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TEMPE, Ariz. (AP) — Drew Stanton has been here before. Carson Palmer goes down with a serious injury and Stanton steps in as his backup.

Stanton’s career statistics are unspectacular. His win-loss record, not so bad.

In his four seasons with the Cardinals, Stanton is 6-3 as a starter.

“That’s the only one that matters to me,” Stanton said. “I know my career stats are probably horrible … but I think that (the win-loss record) is the ultimate measure of a quarterback, especially as a backup. That’s something I take pride in is to come in and try to win football games.”

That certainly didn’t happen last Sunday in Arizona’s 33-0 blowout loss to the Los Angeles Rams in London.

When Palmer went down with a broken left arm, Stanton came in and completed just four of 15 passes for 62 yards with an interception.

“I was disappointed from a personal standpoint of what happened last week because I wasn’t able to go out there and get in a rhythm,” he said after the team went through a light workout Tuesday.

Coach Bruce Arians expects Stanton to improve with more time with the starters.

“I know Drew (Stanton) will bounce back and play a whole lot better when he gets all the practice time,” Arians said. “It’s nice to have an extra day’s work. He got literally no reps last week in our offense, so we’ll get that straightened out.”

Stanton’s most recent start was on Oct. 6, 2016, in San Francisco when Palmer was sidelined with a concussion. Stanton completed only 11 of 28 passes but two went for touchdowns and he had no interceptions in a 33-21 victory.

Coincidentally, Stanton’s first start this year will be a week from Sunday at San Francisco. And, as was the case last year, Arizona will be coming off a bye week.

Arians did not hesitate naming Stanton the starter over Blaine Gabbert, who has been inactive every game as the team’s third quarterback but now will suit up as the backup.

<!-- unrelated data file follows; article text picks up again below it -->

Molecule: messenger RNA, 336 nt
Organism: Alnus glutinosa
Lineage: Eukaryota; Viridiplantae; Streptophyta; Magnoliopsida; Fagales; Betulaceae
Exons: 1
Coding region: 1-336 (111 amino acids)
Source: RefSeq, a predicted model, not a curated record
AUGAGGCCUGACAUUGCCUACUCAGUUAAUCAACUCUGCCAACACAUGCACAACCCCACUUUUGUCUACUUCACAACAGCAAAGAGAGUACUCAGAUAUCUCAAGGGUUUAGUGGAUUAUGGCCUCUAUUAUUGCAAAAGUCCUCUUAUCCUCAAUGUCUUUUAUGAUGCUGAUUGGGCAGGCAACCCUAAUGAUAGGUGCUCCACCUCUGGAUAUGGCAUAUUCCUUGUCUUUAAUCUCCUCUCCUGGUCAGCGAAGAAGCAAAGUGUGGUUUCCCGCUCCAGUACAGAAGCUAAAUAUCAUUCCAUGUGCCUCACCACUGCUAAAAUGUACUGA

Stanton is no youngster. He is 33 years old and in his 11th NFL season, the last five with Arizona. Stanton is a favorite of Arians, serving as backup in Indianapolis in 2012 when Arians was there as offensive coordinator and, later, as interim head coach.

Stanton followed Arians to the Cardinals and, before the deal that brought Palmer to Arizona, the coach was insisting he’d be comfortable with Stanton as his starter.

Stanton spent his first five seasons with Detroit, missing his rookie year due to injury. He was mostly a backup with the Lions but started five games.

For his career, Stanton has completed 53 percent of his passes for 3,165 yards and 14 touchdowns with 19 interceptions. Dating to 2015, he has thrown for two touchdowns and been intercepted six times.

Stanton went 3-2 as a starter in 2014 after Palmer went down with a season-ending knee injury only to have his own season-ending knee issue, missing the final two regular-season games and a playoff loss to Carolina.

Gabbert, who has 40 career NFL starts, said he has no problem with Stanton moving into the starting role.

“Drew’s going to do a great job,” Gabbert said. “I’m going to be there to support him just like I was there to support him and Carson. We have a great quarterback room. We’re very fortunate to have a very veteran quarterback room. We’ve played a lot of games with the NFL. Nothing’s going to change.”

Just how long Palmer will be out remains a major question. Initially, Arians said eight weeks but Palmer has seen specialists in hopes of a diagnosis that might reduce his absence to four to six weeks.

To add another throwing arm to their workouts, the Cardinals signed former Arizona State quarterback Mike Bercovici to the practice squad.


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